The U.S. Supreme Court has issued a ruling that public-employee unions cannot automatically deduct fees from non-union workers. In a 5-4 split along ideological philosophies of the justices, the court ruled that the practice violates the First Amendment rights of non-members who disagree with positions adopted by unions. The ruling is relatively narrow. It will not impact private sector employees or federal employees who may be represented by a union. The decision is at the bottom of this article for those who wish to read it.
The court’s decision is a financial and political loss to labor unions that have increased their membership and bank accounts in Illinois and other states by signing up hundreds of thousands of in-home care workers. Membership in these unions is also likely to drop as members will have little incentive to pay union dues if nonmembers don’t have to share the burden of the union’s expenses.
While the court’s decision concerns government workers, the case will not have an immediate impact on unions that represent federal employees. The 1978 Civil Service Reform Act already requires federal employee unions to represent all employees in a bargaining unit including those who are not paying dues to the union. In effect, federal employees cannot be required to pay union dues, even though they are represented by the unions. At the same time, all federal employees in a bargaining unit must comply with any collective bargaining agreement that the union has negotiated on their behalf, even if the bargaining unit employee may disagree with some provisions in the union contract.
The Civil Service Reform Act only applies to federal employees and does not apply to state or local government employees.
Writing the Supreme Court’s decision for the majority, Justice Samuel Alito said home care workers “are different from full-fledged public employees” because they work primarily for their disabled or elderly customers and do not have most of the rights and benefits of state employees.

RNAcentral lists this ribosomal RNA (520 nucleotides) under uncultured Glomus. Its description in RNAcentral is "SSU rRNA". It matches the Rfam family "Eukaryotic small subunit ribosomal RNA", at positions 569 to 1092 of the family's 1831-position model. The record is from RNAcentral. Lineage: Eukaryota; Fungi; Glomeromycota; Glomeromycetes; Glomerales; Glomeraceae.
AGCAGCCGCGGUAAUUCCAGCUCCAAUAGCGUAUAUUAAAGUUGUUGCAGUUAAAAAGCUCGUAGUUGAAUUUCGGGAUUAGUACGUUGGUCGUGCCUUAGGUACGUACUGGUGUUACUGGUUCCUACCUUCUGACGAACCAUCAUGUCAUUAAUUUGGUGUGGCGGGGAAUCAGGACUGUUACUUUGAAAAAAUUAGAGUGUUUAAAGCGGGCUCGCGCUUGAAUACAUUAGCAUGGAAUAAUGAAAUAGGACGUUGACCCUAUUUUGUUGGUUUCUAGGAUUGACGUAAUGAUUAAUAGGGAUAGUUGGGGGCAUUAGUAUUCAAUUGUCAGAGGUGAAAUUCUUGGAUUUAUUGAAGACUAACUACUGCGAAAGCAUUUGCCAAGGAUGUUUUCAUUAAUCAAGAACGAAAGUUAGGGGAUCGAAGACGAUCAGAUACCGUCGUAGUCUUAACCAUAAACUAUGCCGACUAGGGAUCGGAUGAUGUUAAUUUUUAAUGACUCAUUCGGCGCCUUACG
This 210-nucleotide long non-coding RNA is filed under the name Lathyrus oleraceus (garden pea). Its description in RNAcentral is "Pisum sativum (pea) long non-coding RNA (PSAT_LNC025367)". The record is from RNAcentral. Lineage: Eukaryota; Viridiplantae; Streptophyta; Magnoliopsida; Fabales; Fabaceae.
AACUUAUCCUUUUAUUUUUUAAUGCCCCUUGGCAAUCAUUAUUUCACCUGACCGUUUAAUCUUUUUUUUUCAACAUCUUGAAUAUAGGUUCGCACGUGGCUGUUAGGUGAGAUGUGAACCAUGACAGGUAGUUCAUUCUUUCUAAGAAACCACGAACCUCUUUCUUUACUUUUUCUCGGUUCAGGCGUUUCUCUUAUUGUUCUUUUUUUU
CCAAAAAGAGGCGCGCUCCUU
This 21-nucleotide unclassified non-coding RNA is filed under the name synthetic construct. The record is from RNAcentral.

However, the decision is likely to spawn further challenges to laws that may require payment of union dues by non-members in other situations. The court noted that “[A]gency-fee provisions unquestionably impose a heavy burden on the First Amendment interests of objecting employees.” And, later in the decision, the court observed that “If we accepted Illinois’ argument, we would approve an unprecedented violation of the bedrock principle that, except perhaps in the rarest of circumstances, no person in this country may be compelled to subsidize speech by a third party that he or she does not wish to support.”
The majority decision in this recent case appears to question the underlying philosophy of a 1977 Supreme Court case in which the Court upheld the requirement that public school teachers can be required to pay fees unions even if they do not want to join the union because they did not agree with the ideological agenda of the union. The comments of the majority in this case may lead to more challenges in courts regarding the ability of public sector unions to collect money from public sector employees, such as teachers, to pursue their own ideological interests.